U.C. Davis law professors Vikram David Amar and Alan Brownstein express their surprise and disappointment at the U.S. Supreme Court’s recent ruling in Town of Greece v. Galloway, upholding a practice of starting town board meetings with a prayer. Amar and Brownstein argue that the decision inadequately addresses legitimate concerns over the plaintiff challengers’ equality- and liberty-based arguments. They conclude that Justice Kennedy, who authored the opinion, must view reality quite differently from how he did when he authored the majority opinion in Lee v. Weisman and struck down state-sponsored prayers at public middle and high school graduations.
Justia columnist Vikram David Amar and Justia guest columnist Alan Brownstein, both U.C., Davis law professors, predict that Hobby Lobby will prevail in the Hobby Lobby Supreme Court case. They add that it will be very important for the preservation of other important legal principles and public policies that the Court not rule in Hobby Lobby’s favor on too broad a basis. Thus, they comment on how the opinion should—and should not—be crafted.
Justia columnist Vikram Amar and Justia guest columnist Alan Brownstein, both U.C. Davis law professors, comment on two key upcoming Supreme Court cases involving religion: (1) the highly-anticipated Sebelius v. Hobby Lobby Stores, Inc. cases that will be argued in the Supreme Court next month, and that involve challenges under the federal Religious Freedom Restoration Act (RFRA) to the Affordable Care Act’s requirement that employers must provide contraceptive services in their healthcare policies offered to employees; and (2) Town of Greece v. Galloway, which involves the permissibility of state-sponsored prayers before town board meetings.
In the second in a two-part series of columns, Justia columnist Vikram David Amar and Justia guest columnist Alan Brownstein, both U.C., Davis law professors, continue their commentary on a Ninth Circuit decision regarding the use of peremptory challenges in jury selection to eliminate gay or lesbian jurors. Amar and Brownstein also note the strong possibility of additional developments that may follow in this area of law, and a host of others, regarding gay and lesbian rights, especially if intermediate level scrutiny is held by the Supreme Court, in the future, to govern all types of sexual-orientation-based discrimination.
In Part One of this two-part series of columns, Justia columnist Vikram David Amar and Justia guest columnist Alan Brownstein, both U.C., Davis law professors, discuss whether it violates the Fourteenth Amendment’s Equal Protection Clause for a lawyer to “strike” (that is, remove) individuals from a jury panel on account of their sexual orientation. Part Two in this two-part series of columns will appear on February 14.
Justia columnist Vikram David Amar and Justia guest columnist Alan Brownstein, both U.C., Davis law professors, analyze a very intriguing issue raised by a case that will be heard by the U.S. Supreme Court next month, McCullen v. Coakley, in which the plaintiffs challenge a Massachusetts law limiting pedestrian traffic near abortion clinics, because they seek to speak with women who are about to have an abortion and to attempt to deter them from doing so. Amar and Brownstein focus on how such laws ought to be categorized under Supreme Court precedent.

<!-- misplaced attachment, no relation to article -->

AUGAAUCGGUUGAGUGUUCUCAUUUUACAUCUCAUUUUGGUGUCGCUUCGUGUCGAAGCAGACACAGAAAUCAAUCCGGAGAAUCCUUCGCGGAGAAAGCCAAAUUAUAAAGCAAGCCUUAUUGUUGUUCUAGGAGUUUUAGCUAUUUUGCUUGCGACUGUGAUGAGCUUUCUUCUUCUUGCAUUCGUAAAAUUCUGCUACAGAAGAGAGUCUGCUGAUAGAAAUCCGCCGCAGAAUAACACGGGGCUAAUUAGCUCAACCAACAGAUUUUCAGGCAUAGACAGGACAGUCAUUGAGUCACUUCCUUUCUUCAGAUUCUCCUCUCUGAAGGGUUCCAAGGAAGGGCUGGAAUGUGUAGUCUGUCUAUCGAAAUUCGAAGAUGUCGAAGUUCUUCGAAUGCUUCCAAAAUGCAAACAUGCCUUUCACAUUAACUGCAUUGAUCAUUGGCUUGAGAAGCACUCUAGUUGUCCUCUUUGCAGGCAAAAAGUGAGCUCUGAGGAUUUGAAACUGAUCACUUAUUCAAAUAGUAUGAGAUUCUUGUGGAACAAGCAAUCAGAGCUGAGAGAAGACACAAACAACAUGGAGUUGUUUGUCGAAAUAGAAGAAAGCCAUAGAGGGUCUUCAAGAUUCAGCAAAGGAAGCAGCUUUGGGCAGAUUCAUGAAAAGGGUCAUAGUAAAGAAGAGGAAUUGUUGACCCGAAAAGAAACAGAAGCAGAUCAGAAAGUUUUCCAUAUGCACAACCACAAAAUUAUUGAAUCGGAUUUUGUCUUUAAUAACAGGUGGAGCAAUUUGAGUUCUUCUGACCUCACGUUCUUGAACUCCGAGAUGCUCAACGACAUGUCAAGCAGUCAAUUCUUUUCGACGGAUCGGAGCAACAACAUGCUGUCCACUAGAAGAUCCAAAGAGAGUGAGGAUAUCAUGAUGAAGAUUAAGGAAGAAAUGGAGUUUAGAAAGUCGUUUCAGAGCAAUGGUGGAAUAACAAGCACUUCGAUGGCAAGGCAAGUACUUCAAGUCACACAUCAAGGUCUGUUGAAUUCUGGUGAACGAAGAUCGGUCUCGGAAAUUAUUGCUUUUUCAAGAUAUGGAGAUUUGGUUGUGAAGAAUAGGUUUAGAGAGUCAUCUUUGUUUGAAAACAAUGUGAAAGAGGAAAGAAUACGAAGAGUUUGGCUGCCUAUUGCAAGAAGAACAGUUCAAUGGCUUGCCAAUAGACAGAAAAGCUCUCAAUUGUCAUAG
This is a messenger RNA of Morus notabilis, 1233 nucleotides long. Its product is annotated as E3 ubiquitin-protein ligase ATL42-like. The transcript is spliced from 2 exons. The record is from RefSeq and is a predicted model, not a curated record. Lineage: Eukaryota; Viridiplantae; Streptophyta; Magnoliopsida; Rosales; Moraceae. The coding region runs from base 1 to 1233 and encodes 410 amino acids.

Justia columnist and U.C. Davis law professor Vikram David Amar, and Justia guest columnist and U.C. Davis law professor Alan Brownstein comment on the Supreme Court oral argument in the Town of Greece Establishment Clause case. As Amar and Brownstein explain, the case involves the interesting issue of the constitutionality of prayer at town board meetings.
Justia columnist Vikram Amar and Justia guest columnist Alan Brownstein, both U.C. Davis law professors, analyze an important and interesting decision, Demers v. Austin, involving the First Amendment academic-freedom rights of public school and university faculty members that was handed down last week by the United States Court of Appeals for the Ninth Circuit. Amar and Brownstein argue that that a more concrete and categorical framework for resolving academic freedom disputes than the Ninth Circuit's needs to be fashioned.
Justia columnist Vikram Amar and Justia guest columnist Alan Brownstein, both U.C. Davis law professors, comment on last week’s Supreme Court grant in Galloway v. Town of Greece, a case which raised the question whether it is constitutional for a Town board meeting to begin with a prayer that—while the Town claims that anyone can deliver the invocation—has in practice nearly only been delivered by Christian clergy. Amar and Brownstein agree with Judge Guido Calabresi of the U.S. Court of Appeals for the Second Circuit that the Town’s practice constitutes an unconstitutional establishment of religion, and thus violates principles of religious equality. But they also contend that there is another important constitutional issue here, regarding religious liberty, as well, and they focus their column on that issue. They also contrast the roles of Town Boards and of State Legislatures in this context, and note why analogies to public schools are inapposite here.